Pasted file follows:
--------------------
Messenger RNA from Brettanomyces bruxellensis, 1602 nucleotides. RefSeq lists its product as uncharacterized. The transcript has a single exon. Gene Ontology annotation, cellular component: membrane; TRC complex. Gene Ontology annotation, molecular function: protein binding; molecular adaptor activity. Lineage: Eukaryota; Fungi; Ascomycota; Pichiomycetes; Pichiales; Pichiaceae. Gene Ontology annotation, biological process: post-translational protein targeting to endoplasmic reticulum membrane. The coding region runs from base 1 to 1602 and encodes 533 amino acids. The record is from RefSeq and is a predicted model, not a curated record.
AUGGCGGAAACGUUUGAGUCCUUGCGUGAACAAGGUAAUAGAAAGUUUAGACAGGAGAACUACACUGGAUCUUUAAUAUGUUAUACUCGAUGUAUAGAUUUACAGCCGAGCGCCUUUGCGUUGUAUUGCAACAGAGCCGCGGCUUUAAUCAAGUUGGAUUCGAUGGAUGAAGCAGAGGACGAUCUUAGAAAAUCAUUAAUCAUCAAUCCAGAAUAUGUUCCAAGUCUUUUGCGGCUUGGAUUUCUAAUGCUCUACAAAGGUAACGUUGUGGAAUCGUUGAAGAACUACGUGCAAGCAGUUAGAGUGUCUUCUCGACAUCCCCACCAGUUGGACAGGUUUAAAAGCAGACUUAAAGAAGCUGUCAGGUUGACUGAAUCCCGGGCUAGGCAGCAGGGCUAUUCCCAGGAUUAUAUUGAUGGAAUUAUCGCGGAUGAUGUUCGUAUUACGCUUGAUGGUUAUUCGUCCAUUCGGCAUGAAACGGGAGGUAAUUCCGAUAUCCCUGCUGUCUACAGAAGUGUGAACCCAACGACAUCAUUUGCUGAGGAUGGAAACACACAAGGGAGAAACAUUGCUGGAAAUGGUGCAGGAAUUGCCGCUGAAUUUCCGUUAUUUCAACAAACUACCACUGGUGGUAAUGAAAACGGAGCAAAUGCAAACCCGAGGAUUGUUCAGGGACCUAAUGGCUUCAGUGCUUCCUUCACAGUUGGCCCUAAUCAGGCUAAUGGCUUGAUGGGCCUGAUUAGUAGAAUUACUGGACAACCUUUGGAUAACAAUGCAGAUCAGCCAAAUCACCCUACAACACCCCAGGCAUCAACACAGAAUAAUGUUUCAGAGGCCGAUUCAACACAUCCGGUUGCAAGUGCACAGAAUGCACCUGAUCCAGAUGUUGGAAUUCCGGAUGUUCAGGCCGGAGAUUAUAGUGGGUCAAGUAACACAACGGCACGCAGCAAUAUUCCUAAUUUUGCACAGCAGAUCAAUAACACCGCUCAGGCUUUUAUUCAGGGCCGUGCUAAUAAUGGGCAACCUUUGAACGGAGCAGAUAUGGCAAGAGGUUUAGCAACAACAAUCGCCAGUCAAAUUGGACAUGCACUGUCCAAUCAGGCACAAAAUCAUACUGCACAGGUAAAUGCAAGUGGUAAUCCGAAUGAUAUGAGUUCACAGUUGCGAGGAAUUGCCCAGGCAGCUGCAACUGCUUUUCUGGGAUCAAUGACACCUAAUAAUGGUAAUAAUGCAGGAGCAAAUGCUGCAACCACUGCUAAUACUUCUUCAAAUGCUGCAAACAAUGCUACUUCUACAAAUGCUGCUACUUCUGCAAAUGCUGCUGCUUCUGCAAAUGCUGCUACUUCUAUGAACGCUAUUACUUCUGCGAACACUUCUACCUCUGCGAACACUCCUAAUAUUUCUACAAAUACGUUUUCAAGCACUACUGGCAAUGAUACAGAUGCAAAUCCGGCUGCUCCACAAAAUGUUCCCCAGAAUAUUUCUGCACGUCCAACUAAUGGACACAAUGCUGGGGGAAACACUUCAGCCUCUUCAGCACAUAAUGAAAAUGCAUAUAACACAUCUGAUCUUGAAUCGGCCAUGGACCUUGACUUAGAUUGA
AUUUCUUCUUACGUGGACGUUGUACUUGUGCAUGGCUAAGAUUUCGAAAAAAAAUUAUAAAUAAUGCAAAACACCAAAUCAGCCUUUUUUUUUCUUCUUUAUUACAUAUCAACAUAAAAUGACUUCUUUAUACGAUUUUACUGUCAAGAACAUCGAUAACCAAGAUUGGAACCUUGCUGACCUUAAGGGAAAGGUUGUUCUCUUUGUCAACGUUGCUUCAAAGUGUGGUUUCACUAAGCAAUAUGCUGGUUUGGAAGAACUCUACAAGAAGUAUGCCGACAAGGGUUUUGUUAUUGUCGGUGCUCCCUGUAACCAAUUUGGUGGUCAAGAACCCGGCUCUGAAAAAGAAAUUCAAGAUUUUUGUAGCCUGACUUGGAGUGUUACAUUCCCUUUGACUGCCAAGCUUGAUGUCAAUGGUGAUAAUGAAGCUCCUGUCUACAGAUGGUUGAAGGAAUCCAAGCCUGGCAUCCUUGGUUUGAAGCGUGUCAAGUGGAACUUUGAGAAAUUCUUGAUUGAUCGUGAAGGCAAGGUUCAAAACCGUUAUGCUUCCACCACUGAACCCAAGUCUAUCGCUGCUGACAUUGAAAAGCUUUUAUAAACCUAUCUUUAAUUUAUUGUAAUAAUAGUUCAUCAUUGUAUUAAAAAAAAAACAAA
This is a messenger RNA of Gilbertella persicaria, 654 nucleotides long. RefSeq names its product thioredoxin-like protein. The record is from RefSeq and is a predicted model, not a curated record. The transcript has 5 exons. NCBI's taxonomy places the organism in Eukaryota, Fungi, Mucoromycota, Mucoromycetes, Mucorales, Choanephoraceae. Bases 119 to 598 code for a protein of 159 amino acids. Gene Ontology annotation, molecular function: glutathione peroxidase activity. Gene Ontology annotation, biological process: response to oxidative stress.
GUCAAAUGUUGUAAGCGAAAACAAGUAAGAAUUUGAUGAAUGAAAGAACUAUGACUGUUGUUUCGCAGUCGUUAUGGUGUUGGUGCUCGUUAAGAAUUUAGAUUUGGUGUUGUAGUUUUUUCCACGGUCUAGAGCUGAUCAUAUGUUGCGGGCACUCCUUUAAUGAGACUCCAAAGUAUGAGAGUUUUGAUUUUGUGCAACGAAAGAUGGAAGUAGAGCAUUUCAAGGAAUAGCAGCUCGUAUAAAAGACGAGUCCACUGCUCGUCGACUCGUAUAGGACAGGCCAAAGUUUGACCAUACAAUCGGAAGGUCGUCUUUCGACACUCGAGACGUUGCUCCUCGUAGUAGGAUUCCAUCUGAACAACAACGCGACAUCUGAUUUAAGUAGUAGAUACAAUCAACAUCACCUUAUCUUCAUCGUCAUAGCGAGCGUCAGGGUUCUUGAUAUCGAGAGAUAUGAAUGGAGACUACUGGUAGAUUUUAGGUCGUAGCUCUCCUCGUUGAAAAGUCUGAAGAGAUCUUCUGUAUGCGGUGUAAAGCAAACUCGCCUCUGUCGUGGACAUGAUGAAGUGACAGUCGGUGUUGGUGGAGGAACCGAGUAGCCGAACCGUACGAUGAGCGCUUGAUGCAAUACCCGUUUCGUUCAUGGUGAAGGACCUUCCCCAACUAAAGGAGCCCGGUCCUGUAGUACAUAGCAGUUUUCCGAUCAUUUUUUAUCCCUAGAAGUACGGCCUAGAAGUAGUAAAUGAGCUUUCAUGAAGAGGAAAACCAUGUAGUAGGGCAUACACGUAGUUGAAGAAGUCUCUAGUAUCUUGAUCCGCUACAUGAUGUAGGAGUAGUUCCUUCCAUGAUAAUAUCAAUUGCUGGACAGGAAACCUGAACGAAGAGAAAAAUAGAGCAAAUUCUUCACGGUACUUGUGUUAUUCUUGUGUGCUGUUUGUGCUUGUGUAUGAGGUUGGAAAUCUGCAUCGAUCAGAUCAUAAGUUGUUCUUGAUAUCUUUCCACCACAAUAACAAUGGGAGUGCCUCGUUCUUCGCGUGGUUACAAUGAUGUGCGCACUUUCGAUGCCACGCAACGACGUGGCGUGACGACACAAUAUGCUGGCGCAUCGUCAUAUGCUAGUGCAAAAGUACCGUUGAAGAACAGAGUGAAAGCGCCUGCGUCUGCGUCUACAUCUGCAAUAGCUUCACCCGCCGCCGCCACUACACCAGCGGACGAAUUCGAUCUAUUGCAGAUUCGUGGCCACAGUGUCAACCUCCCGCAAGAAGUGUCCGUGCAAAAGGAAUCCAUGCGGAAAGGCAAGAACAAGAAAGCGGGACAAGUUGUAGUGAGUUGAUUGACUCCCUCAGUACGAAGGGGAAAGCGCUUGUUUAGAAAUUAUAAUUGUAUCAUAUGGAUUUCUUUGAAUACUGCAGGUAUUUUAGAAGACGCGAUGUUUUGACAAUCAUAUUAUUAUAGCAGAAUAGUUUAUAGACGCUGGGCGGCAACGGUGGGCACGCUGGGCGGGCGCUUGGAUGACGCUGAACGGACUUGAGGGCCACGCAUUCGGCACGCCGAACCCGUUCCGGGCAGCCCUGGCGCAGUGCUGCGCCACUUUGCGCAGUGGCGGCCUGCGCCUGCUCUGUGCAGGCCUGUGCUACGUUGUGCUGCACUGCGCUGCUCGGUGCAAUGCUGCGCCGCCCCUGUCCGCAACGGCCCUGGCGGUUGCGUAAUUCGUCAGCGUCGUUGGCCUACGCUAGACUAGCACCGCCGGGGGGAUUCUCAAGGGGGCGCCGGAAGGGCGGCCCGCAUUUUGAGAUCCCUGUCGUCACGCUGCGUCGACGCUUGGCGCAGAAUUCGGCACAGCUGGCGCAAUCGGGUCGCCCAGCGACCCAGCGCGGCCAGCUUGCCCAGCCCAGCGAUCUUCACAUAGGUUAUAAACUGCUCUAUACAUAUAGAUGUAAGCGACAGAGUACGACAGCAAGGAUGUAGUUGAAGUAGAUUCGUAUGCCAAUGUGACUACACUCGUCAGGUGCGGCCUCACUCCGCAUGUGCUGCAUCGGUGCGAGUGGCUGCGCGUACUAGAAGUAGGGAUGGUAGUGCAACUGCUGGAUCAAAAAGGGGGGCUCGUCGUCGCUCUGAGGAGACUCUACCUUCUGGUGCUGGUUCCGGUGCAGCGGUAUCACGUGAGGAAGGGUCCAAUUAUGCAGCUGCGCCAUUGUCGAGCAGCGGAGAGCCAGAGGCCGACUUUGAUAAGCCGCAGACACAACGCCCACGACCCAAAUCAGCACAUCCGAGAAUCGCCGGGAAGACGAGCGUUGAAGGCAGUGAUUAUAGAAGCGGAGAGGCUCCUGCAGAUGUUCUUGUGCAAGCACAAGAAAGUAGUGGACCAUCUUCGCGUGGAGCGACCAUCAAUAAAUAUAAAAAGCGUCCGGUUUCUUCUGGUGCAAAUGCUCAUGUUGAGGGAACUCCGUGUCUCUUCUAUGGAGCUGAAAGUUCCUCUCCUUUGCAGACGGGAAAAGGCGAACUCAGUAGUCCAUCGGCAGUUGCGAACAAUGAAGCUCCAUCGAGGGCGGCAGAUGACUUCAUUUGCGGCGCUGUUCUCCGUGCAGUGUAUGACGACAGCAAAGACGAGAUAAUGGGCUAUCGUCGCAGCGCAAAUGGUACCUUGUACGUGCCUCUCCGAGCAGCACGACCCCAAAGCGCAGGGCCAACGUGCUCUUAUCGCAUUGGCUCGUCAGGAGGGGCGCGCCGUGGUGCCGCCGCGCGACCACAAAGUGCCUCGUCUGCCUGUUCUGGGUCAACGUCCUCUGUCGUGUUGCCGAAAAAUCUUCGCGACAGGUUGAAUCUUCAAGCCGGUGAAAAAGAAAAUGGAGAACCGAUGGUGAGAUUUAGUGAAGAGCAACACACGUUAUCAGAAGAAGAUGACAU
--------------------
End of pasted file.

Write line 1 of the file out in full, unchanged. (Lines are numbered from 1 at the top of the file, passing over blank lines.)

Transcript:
Messenger RNA from Brettanomyces bruxellensis, 1602 nucleotides. RefSeq lists its product as uncharacterized. The transcript has a single exon. Gene Ontology annotation, cellular component: membrane; TRC complex. Gene Ontology annotation, molecular function: protein binding; molecular adaptor activity. Lineage: Eukaryota; Fungi; Ascomycota; Pichiomycetes; Pichiales; Pichiaceae. Gene Ontology annotation, biological process: post-translational protein targeting to endoplasmic reticulum membrane. The coding region runs from base 1 to 1602 and encodes 533 amino acids. The record is from RefSeq and is a predicted model, not a curated record.